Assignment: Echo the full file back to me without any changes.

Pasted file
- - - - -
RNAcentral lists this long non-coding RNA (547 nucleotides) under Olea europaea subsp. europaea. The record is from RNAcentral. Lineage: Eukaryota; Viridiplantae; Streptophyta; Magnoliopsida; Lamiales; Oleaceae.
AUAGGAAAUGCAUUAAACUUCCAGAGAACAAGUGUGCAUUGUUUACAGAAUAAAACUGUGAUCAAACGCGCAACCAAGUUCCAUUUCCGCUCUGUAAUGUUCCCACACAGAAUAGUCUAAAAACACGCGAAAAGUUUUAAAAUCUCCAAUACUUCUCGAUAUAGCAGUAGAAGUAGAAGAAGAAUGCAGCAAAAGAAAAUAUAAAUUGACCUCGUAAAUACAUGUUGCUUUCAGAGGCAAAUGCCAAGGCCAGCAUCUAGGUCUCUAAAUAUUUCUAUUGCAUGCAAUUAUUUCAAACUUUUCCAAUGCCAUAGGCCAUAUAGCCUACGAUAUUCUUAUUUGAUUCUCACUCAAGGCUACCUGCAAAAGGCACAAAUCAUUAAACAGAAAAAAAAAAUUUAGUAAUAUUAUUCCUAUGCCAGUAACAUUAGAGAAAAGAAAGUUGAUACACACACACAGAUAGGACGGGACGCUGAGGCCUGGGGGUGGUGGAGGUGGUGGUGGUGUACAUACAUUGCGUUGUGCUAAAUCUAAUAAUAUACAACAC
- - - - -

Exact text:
RNAcentral lists this long non-coding RNA (547 nucleotides) under Olea europaea subsp. europaea. The record is from RNAcentral. Lineage: Eukaryota; Viridiplantae; Streptophyta; Magnoliopsida; Lamiales; Oleaceae.
AUAGGAAAUGCAUUAAACUUCCAGAGAACAAGUGUGCAUUGUUUACAGAAUAAAACUGUGAUCAAACGCGCAACCAAGUUCCAUUUCCGCUCUGUAAUGUUCCCACACAGAAUAGUCUAAAAACACGCGAAAAGUUUUAAAAUCUCCAAUACUUCUCGAUAUAGCAGUAGAAGUAGAAGAAGAAUGCAGCAAAAGAAAAUAUAAAUUGACCUCGUAAAUACAUGUUGCUUUCAGAGGCAAAUGCCAAGGCCAGCAUCUAGGUCUCUAAAUAUUUCUAUUGCAUGCAAUUAUUUCAAACUUUUCCAAUGCCAUAGGCCAUAUAGCCUACGAUAUUCUUAUUUGAUUCUCACUCAAGGCUACCUGCAAAAGGCACAAAUCAUUAAACAGAAAAAAAAAAUUUAGUAAUAUUAUUCCUAUGCCAGUAACAUUAGAGAAAAGAAAGUUGAUACACACACACAGAUAGGACGGGACGCUGAGGCCUGGGGGUGGUGGAGGUGGUGGUGGUGUACAUACAUUGCGUUGUGCUAAAUCUAAUAAUAUACAACAC